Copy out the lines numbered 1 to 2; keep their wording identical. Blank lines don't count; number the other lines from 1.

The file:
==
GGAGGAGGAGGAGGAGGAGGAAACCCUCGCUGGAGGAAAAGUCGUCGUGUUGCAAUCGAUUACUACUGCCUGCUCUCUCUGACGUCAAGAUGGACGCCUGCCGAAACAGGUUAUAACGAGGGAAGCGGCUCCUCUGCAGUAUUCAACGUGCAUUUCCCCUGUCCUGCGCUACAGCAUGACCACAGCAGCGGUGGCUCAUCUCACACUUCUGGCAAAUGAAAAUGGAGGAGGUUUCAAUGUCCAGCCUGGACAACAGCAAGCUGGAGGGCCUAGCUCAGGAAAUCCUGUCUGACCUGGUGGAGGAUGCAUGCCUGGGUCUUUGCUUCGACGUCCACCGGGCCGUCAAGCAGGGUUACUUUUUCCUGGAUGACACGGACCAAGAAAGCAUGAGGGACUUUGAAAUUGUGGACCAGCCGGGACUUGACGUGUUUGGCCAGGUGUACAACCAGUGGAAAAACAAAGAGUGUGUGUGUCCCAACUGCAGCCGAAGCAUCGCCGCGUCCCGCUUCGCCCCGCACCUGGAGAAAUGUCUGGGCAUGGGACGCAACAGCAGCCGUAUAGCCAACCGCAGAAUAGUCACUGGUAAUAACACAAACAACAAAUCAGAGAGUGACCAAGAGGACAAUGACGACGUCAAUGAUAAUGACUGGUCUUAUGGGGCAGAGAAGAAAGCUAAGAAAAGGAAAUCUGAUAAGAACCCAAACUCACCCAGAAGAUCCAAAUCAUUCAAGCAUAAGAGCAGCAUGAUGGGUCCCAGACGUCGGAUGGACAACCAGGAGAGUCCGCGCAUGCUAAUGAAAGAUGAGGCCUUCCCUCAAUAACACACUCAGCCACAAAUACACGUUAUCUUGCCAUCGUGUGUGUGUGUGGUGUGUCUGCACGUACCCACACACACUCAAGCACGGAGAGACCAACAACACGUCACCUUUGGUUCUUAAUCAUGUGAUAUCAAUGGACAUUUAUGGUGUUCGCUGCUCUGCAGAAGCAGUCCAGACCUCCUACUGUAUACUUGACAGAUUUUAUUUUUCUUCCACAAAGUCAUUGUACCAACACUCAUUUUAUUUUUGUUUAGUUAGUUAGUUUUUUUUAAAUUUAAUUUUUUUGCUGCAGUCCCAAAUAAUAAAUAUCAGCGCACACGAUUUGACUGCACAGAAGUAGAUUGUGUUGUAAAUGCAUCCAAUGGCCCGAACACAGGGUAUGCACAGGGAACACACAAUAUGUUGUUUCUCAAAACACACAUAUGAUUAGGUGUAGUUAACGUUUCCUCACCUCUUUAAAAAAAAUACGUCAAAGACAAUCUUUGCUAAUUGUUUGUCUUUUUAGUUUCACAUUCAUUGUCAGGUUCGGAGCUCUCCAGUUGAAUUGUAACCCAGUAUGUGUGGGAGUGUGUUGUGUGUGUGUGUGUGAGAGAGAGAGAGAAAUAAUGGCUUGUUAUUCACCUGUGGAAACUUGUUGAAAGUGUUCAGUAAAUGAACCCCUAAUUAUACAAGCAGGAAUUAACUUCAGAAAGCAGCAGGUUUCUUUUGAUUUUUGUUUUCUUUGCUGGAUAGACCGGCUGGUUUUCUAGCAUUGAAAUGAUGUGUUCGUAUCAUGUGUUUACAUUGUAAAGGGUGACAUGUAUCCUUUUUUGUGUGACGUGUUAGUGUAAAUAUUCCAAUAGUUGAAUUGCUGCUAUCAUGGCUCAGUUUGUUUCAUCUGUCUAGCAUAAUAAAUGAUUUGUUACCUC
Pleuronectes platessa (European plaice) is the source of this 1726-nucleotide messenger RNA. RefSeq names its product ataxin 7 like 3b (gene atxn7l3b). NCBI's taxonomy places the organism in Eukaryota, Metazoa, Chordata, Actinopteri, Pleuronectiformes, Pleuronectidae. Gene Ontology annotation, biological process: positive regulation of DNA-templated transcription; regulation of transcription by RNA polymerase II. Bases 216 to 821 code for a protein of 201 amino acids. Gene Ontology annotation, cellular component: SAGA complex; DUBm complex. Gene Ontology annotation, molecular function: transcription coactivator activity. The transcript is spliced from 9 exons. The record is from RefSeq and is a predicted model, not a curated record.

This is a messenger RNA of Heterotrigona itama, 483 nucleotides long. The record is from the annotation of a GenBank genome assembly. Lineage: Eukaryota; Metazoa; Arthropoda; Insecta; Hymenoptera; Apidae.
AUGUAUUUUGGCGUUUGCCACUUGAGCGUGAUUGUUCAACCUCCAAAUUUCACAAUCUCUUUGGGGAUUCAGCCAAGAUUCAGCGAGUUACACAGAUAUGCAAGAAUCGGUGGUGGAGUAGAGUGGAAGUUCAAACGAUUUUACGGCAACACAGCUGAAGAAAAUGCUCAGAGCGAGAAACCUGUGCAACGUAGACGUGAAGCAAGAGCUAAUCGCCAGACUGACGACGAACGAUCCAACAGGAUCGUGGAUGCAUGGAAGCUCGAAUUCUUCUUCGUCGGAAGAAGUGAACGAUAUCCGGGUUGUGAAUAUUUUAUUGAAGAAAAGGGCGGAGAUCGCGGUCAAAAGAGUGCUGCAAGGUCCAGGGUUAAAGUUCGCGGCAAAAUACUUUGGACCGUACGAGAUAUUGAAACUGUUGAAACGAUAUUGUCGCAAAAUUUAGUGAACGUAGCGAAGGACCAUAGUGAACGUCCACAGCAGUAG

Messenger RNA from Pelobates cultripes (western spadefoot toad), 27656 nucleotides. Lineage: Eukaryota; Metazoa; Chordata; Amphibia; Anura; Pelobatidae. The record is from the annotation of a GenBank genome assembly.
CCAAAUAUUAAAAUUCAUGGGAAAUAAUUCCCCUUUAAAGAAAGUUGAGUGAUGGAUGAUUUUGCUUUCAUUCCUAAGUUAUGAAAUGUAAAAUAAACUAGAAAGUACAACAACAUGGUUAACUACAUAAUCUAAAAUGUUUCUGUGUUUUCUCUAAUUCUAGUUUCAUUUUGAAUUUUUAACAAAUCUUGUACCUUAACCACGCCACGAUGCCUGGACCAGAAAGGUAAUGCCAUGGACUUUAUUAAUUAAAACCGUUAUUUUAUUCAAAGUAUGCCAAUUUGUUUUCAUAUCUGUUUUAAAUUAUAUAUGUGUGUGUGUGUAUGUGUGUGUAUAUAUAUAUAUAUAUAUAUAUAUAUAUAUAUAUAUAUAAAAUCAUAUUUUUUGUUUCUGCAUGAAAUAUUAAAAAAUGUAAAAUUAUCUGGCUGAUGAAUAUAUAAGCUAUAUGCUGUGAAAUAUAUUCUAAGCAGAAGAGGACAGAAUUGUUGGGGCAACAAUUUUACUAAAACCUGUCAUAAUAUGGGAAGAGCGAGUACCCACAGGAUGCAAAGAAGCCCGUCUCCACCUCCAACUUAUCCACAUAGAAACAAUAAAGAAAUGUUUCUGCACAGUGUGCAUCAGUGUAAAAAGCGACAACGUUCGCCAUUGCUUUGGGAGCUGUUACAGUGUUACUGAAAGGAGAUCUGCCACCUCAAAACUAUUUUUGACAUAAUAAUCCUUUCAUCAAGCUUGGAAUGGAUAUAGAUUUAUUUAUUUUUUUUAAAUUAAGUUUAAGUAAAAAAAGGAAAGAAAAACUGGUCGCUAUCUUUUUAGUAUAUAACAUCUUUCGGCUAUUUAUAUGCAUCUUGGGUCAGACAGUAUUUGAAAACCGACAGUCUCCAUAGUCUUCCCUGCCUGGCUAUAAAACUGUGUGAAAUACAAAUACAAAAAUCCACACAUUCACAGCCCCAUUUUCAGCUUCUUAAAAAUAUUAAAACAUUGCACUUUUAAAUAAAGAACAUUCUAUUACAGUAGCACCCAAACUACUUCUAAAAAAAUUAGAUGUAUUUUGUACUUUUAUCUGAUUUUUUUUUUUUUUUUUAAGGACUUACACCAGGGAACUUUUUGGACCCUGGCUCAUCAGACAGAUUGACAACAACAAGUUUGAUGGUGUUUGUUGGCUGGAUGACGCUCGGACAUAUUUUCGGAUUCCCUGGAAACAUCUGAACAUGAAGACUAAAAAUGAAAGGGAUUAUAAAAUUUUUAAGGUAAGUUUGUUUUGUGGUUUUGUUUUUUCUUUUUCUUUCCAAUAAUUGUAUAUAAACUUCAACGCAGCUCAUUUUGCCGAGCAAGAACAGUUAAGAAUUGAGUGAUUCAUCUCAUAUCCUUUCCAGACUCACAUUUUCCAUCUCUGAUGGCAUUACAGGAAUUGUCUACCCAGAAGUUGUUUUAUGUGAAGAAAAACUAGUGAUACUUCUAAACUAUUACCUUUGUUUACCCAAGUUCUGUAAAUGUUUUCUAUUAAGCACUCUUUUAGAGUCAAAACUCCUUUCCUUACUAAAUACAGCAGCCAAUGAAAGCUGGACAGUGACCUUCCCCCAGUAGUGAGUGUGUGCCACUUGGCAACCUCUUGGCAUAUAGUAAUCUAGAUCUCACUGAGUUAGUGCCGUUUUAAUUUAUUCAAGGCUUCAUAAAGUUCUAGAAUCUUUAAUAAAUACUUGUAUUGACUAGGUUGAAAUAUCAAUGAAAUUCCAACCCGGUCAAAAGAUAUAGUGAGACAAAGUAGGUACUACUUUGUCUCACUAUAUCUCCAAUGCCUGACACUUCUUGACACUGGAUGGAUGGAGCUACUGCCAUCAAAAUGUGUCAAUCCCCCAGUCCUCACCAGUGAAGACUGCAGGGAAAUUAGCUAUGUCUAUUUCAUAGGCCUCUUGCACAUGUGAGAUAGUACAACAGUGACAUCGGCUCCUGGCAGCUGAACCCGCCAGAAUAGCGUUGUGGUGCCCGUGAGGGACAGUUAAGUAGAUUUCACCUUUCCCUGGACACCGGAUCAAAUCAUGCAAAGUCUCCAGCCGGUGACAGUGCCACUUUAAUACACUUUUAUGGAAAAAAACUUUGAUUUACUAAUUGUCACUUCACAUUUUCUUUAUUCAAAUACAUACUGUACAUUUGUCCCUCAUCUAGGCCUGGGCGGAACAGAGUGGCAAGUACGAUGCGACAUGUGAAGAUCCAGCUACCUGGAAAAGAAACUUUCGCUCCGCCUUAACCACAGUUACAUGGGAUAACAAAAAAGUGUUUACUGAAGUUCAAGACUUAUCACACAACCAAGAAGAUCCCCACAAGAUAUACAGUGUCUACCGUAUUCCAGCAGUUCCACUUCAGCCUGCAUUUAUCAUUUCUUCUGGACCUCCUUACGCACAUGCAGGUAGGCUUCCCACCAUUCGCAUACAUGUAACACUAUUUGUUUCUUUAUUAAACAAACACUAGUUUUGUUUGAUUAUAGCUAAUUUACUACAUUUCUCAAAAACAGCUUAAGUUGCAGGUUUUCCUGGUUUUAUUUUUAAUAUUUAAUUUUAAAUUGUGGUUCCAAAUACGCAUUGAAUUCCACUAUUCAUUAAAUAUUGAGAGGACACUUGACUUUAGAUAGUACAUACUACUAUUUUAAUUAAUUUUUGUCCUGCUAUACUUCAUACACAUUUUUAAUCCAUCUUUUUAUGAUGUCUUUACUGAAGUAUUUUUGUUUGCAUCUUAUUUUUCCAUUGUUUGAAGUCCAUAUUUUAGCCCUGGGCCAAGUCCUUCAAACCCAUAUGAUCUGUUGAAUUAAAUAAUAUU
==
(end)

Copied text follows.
GGAGGAGGAGGAGGAGGAGGAAACCCUCGCUGGAGGAAAAGUCGUCGUGUUGCAAUCGAUUACUACUGCCUGCUCUCUCUGACGUCAAGAUGGACGCCUGCCGAAACAGGUUAUAACGAGGGAAGCGGCUCCUCUGCAGUAUUCAACGUGCAUUUCCCCUGUCCUGCGCUACAGCAUGACCACAGCAGCGGUGGCUCAUCUCACACUUCUGGCAAAUGAAAAUGGAGGAGGUUUCAAUGUCCAGCCUGGACAACAGCAAGCUGGAGGGCCUAGCUCAGGAAAUCCUGUCUGACCUGGUGGAGGAUGCAUGCCUGGGUCUUUGCUUCGACGUCCACCGGGCCGUCAAGCAGGGUUACUUUUUCCUGGAUGACACGGACCAAGAAAGCAUGAGGGACUUUGAAAUUGUGGACCAGCCGGGACUUGACGUGUUUGGCCAGGUGUACAACCAGUGGAAAAACAAAGAGUGUGUGUGUCCCAACUGCAGCCGAAGCAUCGCCGCGUCCCGCUUCGCCCCGCACCUGGAGAAAUGUCUGGGCAUGGGACGCAACAGCAGCCGUAUAGCCAACCGCAGAAUAGUCACUGGUAAUAACACAAACAACAAAUCAGAGAGUGACCAAGAGGACAAUGACGACGUCAAUGAUAAUGACUGGUCUUAUGGGGCAGAGAAGAAAGCUAAGAAAAGGAAAUCUGAUAAGAACCCAAACUCACCCAGAAGAUCCAAAUCAUUCAAGCAUAAGAGCAGCAUGAUGGGUCCCAGACGUCGGAUGGACAACCAGGAGAGUCCGCGCAUGCUAAUGAAAGAUGAGGCCUUCCCUCAAUAACACACUCAGCCACAAAUACACGUUAUCUUGCCAUCGUGUGUGUGUGUGGUGUGUCUGCACGUACCCACACACACUCAAGCACGGAGAGACCAACAACACGUCACCUUUGGUUCUUAAUCAUGUGAUAUCAAUGGACAUUUAUGGUGUUCGCUGCUCUGCAGAAGCAGUCCAGACCUCCUACUGUAUACUUGACAGAUUUUAUUUUUCUUCCACAAAGUCAUUGUACCAACACUCAUUUUAUUUUUGUUUAGUUAGUUAGUUUUUUUUAAAUUUAAUUUUUUUGCUGCAGUCCCAAAUAAUAAAUAUCAGCGCACACGAUUUGACUGCACAGAAGUAGAUUGUGUUGUAAAUGCAUCCAAUGGCCCGAACACAGGGUAUGCACAGGGAACACACAAUAUGUUGUUUCUCAAAACACACAUAUGAUUAGGUGUAGUUAACGUUUCCUCACCUCUUUAAAAAAAAUACGUCAAAGACAAUCUUUGCUAAUUGUUUGUCUUUUUAGUUUCACAUUCAUUGUCAGGUUCGGAGCUCUCCAGUUGAAUUGUAACCCAGUAUGUGUGGGAGUGUGUUGUGUGUGUGUGUGUGAGAGAGAGAGAGAAAUAAUGGCUUGUUAUUCACCUGUGGAAACUUGUUGAAAGUGUUCAGUAAAUGAACCCCUAAUUAUACAAGCAGGAAUUAACUUCAGAAAGCAGCAGGUUUCUUUUGAUUUUUGUUUUCUUUGCUGGAUAGACCGGCUGGUUUUCUAGCAUUGAAAUGAUGUGUUCGUAUCAUGUGUUUACAUUGUAAAGGGUGACAUGUAUCCUUUUUUGUGUGACGUGUUAGUGUAAAUAUUCCAAUAGUUGAAUUGCUGCUAUCAUGGCUCAGUUUGUUUCAUCUGUCUAGCAUAAUAAAUGAUUUGUUACCUC
Pleuronectes platessa (European plaice) is the source of this 1726-nucleotide messenger RNA. RefSeq names its product ataxin 7 like 3b (gene atxn7l3b). NCBI's taxonomy places the organism in Eukaryota, Metazoa, Chordata, Actinopteri, Pleuronectiformes, Pleuronectidae. Gene Ontology annotation, biological process: positive regulation of DNA-templated transcription; regulation of transcription by RNA polymerase II. Bases 216 to 821 code for a protein of 201 amino acids. Gene Ontology annotation, cellular component: SAGA complex; DUBm complex. Gene Ontology annotation, molecular function: transcription coactivator activity. The transcript is spliced from 9 exons. The record is from RefSeq and is a predicted model, not a curated record.